+                    name: "Inbox",
+                    parentId: null,
+                    role: "inbox",
+                    mustBeOnlyMailbox: false,
+                    mayAddMessages: true,
+                    mayRemoveMessages: true,
+                    mayCreateChild: false,
+                    mayRenameMailbox: true,
+                    mayDeleteMailbox: false,
+                    totalMessages: 1424,
+                    unreadMessages: 3,
+                    totalThreads: 1213,
+                    unreadThreads: 2
+                },
+                {
+                    id: "mailbox2",
+                    name: "Sent",
+                    parentId: null,
+                    role: "sent",
+                    mustBeOnlyMailbox: false,
+                    mayAddMessages: true,
+                    mayRemoveMessages: true,
+                    mayCreateChild: false,
+                    mayRenameMailbox: true,
+                    mayDeleteMailbox: false,
+                    totalMessages: 41,
+                    unreadMessages: 0,
+                    totalThreads: 32,
+                    unreadThreads: 2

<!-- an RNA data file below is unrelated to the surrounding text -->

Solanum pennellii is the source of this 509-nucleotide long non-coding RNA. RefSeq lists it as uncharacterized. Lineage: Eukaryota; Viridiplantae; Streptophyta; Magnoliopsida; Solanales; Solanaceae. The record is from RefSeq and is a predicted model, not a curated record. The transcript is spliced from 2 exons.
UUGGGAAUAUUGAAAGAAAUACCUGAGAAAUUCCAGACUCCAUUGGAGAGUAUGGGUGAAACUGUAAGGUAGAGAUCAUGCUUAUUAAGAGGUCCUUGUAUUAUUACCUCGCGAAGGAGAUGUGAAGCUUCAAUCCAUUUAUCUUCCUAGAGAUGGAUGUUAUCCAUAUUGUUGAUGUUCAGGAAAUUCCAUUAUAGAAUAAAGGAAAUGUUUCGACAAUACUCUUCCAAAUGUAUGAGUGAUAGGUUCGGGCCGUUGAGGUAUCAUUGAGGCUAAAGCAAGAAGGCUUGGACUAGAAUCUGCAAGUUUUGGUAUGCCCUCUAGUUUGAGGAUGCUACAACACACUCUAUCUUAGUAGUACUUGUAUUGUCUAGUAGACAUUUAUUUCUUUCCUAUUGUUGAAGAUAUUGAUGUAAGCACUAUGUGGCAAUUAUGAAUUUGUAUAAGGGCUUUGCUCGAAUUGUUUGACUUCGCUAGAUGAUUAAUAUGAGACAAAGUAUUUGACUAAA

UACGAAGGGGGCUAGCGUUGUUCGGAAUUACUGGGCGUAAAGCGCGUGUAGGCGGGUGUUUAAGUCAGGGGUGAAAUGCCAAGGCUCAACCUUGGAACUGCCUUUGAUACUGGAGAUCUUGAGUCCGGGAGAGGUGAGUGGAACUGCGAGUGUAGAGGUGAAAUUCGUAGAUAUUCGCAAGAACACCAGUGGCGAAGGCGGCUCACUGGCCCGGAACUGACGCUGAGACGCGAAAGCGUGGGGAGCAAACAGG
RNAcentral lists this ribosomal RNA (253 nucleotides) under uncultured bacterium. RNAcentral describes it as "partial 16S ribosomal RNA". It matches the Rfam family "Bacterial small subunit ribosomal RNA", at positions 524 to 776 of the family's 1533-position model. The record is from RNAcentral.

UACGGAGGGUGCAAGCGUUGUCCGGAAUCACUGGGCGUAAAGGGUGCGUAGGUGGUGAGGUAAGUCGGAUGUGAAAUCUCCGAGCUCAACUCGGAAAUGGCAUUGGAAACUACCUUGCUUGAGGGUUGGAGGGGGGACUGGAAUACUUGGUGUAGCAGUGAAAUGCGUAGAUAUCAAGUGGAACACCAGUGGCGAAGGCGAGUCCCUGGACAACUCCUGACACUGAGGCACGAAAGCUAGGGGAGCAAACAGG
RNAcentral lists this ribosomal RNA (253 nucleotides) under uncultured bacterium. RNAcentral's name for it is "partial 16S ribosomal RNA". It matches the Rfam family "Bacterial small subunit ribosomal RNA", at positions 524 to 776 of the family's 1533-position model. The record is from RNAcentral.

+                },
+                {
+                    id: "mailbox3",
+                    name: "Trash",
+                    parentId: null,
+                    role: "trash",
+                    mustBeOnlyMailbox: true,
+                    mayAddMessages: true,
+                    mayRemoveMessages: true,
+                    mayCreateChild: false,
+                    mayRenameMailbox: true,
+                    mayDeleteMailbox: false,
+                    totalMessages: 3,
+                    unreadMessages: 0,
+                    totalThreads: 2,
+                    unreadThreads: 0
+                },
+                {
+                    id: "mailbox4",
+                    name: "Awaiting Reply",
+                    parentId: "mailbox2",
+                    role: null,
+                    mustBeOnlyMailbox: false,
+                    mayAddMessages: true,
+                    mayRemoveMessages: true,
+                    mayCreateChild: true,
+                    mayRenameMailbox: true,
+                    mayDeleteMailbox: true,
+                    totalMessages: 0,
+                    unreadMessages: 0,
+                    totalThreads: 0,
+                    unreadThreads: 0
+                }
+            ],
+            notFound: null
+        }, "#0"]
+    ]
+
+In this (simple) example, the user has four mailboxes. Three at the top level (Inbox, Sent and Trash) and one submailbox of Sent called "Awaiting Reply". The first 3 have `role` attributes, so they are to be used for the designated system roles (these are much as you would expect, but see the spec for full details). Note, you should always use the `role` attribute, as names may be localised (or even different between different servers with the same language)!
+